Here is what Chan Ho Park’s first pitch as a Met looked like, from Loge13:
A popup from Marlins leadoff hitter Hanley Ramirez to second baseman Damien Easley, filling in for newly disabled Jose Valentin.
It was exciting to see alot of Koreans on hand tonight to witness Park’s NY debut. I wish the rest of the game could have gone as smoothly for Park as this moment. He looked sharp at times, and the defense didn’t help. We’ll see if Chan Ho Park gets another start. Say this for him: Park pitched well enough to be a Yankee starter.
Chan Ho Park made his Met debut…and possibly his final appearance as a Met…all in one night Monday.
For the first 2.2/3 innings, we saw Chan “no-no” Park from Loge13, as the veteran pitcher kept the Marlins off-balance with mostly off-speed pitches.
But after Fish pitcher Scott Olsen laced the first hit, Park quickly collapsed. He walked the next two hitters, then gave up a single to Miguel Cabrera (that bounced out of 2B Easley’s glove), which scored two runs.
Park would yield three more runs before escaping the third. In all fairness, the defense didn’t help. Reyes botched a Willingham popup to short centerfield that was clearly Beltran’s ball. The consensus in Loge13 is that Beltran has been snake-bit on close fielding plays ever since the grotesque Cameron collision.
Park would allow seven runs before leaving the game in the 5th.
The Mets pecked away at the lead for the rest of the game, burning through Burgos, Sele and Schoenweis out of the pen along the way. Ultimately, we came up short and lost 9–6.
Reasons to celebrate:
- The team managed 13 hits and 6 runs.
- Beltran went 4–5, with his second HR in two games.
- Henry Owens pitched a perfect 9th for his second save. Man that kid can throw. Oh wait, he isn’t a Met anymore. Dammit. We traded him to the Marlins for Adam Bostick and Jason Vargas.
Reasons to medicate:
- Park did not make a case to be the Mets 6th starter.
- Delgado 1–5, .188 on the season
- Wright 0–5. .244 for the season.
Orlando Hernandez’s bursitic shoulder is causing a pain in the neck to Met fans today.
El Duque is now on the 15–day disabled list with a sore shoulder. Hernandez flew back to New York from DC yesterday morning, after waking up sore on Sunday.
Hernandez was diagnosed with arthritis in the neck during spring training.
This shouldn’t be a big surprise to Met fans. El Duque is anywhere from 37 – 54 years old and will take several trips to the disabled list this season. If he is to be counted on in October, it’s almost mandatory he get shut down a few times.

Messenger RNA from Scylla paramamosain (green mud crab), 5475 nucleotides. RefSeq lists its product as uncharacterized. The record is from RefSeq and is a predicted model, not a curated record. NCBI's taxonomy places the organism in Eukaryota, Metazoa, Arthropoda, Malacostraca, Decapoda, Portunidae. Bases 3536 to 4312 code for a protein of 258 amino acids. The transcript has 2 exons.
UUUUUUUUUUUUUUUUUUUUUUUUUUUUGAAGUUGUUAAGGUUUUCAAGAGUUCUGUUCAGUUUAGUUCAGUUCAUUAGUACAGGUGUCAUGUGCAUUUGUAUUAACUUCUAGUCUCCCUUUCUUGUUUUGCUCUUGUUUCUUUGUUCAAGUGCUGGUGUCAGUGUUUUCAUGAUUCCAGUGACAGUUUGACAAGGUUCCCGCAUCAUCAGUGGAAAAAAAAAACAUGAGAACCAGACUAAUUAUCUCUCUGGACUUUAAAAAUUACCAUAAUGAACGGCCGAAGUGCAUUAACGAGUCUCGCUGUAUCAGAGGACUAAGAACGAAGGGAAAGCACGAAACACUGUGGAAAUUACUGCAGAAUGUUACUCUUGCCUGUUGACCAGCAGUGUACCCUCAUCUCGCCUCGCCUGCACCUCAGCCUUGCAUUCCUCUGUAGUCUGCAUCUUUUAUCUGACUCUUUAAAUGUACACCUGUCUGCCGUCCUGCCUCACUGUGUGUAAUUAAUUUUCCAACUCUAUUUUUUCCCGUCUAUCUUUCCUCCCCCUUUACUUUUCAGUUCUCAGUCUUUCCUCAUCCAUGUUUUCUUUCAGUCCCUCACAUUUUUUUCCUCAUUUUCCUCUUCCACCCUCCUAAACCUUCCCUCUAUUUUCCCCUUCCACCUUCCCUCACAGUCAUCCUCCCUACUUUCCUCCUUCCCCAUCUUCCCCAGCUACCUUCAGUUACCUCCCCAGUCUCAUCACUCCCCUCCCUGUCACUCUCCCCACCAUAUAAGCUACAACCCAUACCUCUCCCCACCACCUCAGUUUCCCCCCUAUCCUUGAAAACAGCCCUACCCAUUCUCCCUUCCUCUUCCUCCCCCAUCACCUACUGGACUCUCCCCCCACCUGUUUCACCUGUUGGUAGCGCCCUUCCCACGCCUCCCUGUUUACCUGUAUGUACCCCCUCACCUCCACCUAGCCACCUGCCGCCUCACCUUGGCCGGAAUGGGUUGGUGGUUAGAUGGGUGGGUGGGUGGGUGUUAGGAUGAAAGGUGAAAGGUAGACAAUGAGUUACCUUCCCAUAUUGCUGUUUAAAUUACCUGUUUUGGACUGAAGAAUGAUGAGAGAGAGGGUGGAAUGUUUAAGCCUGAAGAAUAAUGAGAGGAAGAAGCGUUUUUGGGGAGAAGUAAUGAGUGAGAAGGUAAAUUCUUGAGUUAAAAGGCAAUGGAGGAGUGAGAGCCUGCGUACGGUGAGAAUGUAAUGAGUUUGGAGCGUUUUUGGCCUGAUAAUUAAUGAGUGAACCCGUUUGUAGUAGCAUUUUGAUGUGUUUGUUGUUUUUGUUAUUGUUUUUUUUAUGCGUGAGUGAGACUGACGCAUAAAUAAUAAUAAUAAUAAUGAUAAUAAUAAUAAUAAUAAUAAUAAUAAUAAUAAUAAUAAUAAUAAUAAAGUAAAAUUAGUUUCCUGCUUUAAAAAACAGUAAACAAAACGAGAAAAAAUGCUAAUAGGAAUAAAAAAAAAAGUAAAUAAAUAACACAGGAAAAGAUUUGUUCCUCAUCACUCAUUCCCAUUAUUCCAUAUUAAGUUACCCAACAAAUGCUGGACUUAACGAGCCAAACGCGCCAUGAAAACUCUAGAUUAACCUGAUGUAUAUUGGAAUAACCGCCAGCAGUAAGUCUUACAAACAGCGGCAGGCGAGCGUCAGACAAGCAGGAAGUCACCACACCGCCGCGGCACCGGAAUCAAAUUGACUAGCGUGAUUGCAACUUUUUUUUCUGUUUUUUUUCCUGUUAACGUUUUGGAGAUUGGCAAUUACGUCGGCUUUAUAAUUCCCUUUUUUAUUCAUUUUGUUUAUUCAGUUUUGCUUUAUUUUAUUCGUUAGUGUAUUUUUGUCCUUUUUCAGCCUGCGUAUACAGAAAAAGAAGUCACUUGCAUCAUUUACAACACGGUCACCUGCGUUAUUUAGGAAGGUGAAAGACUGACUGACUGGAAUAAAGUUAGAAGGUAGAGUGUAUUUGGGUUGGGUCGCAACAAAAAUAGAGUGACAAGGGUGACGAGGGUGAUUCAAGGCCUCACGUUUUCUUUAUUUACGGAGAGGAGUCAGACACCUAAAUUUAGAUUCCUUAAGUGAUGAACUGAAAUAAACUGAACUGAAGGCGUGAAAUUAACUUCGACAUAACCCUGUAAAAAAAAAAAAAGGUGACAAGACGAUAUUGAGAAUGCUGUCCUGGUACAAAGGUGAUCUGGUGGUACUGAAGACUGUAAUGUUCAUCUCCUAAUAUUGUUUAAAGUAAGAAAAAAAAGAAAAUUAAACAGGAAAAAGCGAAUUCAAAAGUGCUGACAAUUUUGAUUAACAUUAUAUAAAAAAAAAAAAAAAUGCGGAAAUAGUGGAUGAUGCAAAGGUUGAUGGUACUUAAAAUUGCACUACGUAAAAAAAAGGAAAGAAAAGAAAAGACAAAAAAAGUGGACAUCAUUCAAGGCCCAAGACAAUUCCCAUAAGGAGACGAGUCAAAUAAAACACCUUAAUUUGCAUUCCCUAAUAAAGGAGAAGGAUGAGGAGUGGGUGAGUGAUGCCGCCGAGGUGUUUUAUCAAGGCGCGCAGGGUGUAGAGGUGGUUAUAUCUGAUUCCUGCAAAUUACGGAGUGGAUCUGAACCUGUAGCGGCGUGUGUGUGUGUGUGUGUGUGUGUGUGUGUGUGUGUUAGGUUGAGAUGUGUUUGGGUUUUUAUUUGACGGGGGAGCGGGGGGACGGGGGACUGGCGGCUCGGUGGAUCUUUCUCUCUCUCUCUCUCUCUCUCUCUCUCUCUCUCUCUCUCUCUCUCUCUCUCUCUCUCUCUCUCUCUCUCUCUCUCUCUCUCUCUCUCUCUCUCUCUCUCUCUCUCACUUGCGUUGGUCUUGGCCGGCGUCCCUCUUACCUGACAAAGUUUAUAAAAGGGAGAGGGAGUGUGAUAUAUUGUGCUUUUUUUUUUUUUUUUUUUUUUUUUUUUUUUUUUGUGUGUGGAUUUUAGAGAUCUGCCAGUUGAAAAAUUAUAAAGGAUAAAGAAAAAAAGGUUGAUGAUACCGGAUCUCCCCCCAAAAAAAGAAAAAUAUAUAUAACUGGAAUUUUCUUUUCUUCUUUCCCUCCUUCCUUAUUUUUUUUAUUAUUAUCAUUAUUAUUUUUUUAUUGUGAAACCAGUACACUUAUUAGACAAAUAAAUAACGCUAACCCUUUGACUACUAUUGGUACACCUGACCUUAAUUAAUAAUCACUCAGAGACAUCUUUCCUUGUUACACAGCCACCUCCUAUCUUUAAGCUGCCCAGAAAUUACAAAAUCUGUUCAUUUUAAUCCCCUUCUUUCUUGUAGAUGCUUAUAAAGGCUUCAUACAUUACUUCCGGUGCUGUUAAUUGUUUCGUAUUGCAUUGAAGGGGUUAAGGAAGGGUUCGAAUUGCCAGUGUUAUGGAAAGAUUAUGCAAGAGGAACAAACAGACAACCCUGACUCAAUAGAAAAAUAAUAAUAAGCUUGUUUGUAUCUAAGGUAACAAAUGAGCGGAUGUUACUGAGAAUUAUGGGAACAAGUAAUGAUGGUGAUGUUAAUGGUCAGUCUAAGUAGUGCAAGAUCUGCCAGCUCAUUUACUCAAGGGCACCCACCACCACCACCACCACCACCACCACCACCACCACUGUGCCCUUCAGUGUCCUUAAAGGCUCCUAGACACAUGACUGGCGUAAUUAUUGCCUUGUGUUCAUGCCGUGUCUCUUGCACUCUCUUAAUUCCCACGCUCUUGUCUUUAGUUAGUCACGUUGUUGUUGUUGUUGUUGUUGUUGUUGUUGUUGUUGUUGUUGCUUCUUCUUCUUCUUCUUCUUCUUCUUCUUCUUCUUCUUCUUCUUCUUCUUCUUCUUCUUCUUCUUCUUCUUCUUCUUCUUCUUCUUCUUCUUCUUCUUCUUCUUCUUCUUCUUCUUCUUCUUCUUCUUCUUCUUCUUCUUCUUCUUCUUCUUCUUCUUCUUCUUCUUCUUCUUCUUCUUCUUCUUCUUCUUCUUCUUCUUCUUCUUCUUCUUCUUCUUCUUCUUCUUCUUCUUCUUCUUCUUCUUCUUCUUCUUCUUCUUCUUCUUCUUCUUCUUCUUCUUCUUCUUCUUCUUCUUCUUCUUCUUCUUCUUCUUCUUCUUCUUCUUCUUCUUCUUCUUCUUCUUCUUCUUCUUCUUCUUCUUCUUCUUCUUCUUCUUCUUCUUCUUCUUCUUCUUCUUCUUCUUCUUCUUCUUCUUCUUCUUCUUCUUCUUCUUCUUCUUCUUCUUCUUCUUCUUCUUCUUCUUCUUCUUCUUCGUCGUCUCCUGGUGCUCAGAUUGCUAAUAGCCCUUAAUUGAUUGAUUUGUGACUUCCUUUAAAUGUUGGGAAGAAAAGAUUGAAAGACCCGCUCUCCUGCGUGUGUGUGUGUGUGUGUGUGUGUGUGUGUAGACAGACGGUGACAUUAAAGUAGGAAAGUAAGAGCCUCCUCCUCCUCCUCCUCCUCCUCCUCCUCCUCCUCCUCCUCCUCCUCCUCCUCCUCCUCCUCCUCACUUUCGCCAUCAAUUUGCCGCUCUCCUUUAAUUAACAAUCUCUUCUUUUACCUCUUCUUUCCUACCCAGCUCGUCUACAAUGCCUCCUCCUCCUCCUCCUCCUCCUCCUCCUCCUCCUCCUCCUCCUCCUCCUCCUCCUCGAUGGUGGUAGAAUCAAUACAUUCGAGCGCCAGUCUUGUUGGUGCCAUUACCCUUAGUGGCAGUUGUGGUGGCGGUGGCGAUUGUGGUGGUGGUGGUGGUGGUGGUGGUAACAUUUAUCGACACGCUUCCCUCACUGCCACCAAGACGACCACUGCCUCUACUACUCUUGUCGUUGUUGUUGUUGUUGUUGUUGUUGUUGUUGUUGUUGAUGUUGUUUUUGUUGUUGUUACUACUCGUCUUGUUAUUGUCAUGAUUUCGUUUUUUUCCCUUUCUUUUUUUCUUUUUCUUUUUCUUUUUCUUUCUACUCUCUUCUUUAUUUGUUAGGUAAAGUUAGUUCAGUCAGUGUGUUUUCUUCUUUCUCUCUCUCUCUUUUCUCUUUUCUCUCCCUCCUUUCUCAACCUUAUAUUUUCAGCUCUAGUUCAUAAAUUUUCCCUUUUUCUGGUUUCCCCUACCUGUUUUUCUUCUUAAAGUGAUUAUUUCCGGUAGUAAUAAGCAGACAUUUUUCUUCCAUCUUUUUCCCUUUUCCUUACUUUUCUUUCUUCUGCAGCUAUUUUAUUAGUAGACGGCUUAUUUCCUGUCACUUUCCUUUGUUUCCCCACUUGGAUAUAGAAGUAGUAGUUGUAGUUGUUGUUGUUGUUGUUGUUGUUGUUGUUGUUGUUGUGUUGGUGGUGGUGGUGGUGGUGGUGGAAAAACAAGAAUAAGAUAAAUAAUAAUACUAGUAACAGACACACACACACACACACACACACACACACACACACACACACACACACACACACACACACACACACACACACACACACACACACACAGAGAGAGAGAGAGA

What is surprising is that the Mets allowed their best Triple-A pitcher to start yesterday. As Loge13 regular Ron Hunt pointed out, Jorge Sosa, who has a 4-0 record and 1.13 ERA in four starts, should have been held the moment Hernandez notified the authorities that something was amiss.
Instead tonight we will witness the Met debut of Chan Ho Park. The Korean pitcher and MLB veteran has a 3-1 record and 7.29 ERA in four starts and 21 innings in Triple-A.
In February, Park signed a contract with the New York Mets in a deal valued at $3 million with a 2009 option.
Park made his Major League debut as an L.A. Dodgers pitcher in 1994 and moved to the Texas Rangers in 2002 and to the San Diego Padres in 2005.
The Marlins counter with Scott Olsen, who is 2–1 with a 6.23 ERA. We’ll be out at the Park tonight, so to speak.
Someone named "metsbabe7" created a video tribute to Shea Stadium and Citi Field. Some cool photos and moments, including a glimpse of those wonderfully awful Houston Astros uniforms of the 1970's:
We'll be seeing more of these as the execution date comes closer.
This video and comments we've read online and heard in Loge13 at Shea represent the opinion of a substantial number of fans. They are sad to see Shea go but welcome the sleek, retro intimacy of the new field. And it does look purty.
But these fans may be overlooking one tragic point: they ain't going to be seeing much of Citi Field...at least from the inside.
The stadium holds substantially less people than Shea and ticket plans are being devised to squeeze out the common fan altogether. I hope I'm wrong but given how the long-time season ticket holders of Loge13 are being treated atm, I'm afraid I'm right.
Loge13 believes baseball was invented for days like today.
Today we finally had a chance to do all the gardening and planting that couldn’t be done during the past Nor-Eastering, snowstorming, monsooning month (This weather hasn’t just been hard on David Wright, ya know). So we took the transistor out to the garden and listened to the Mets/Nationals while planting this year’s vegetable crop.
It’s a rare joy to plant and listen to a game. The wife thinks I’m doing something useful so there’re no interuptions. And the kids wants to help and listen to the game…Well, mostly they listen to the game.
And what a game today. The Mets won 1–0 on a John Maine gem. He pitched 7 innings of 3–hit ball and struck out 8 Nats. Maine’s ERA is now down to 1.35 and he is a strong candidate for National League pitcher of the month.
And while Julio Franco may have gone 0–3 during his first start of the season, he made what could have been the game-saving play in the 7th. Franco got the lead runner on an infield ground out with runners on 1st & 2nd and no one out. That squashed oneof the only rallies Washington had all day.
Best of all: with a Braves loss today, the Mets are once again in first place in the NL east.
Tomorrow night, the Mets are back at Shea vs. the Marlins. We’ll be there in Loge13. We’re not sure if El Duque will be in Shea, though.
If you’re keeping score at home, today we planted:
and two varieties of eggplants.
They say you’re supposed to talk to plants to help them grow. We just play Mets games for them. I have to say, the garden used to respond better with Bob Murphy’s voice but the plants are coming around to Howie Rose.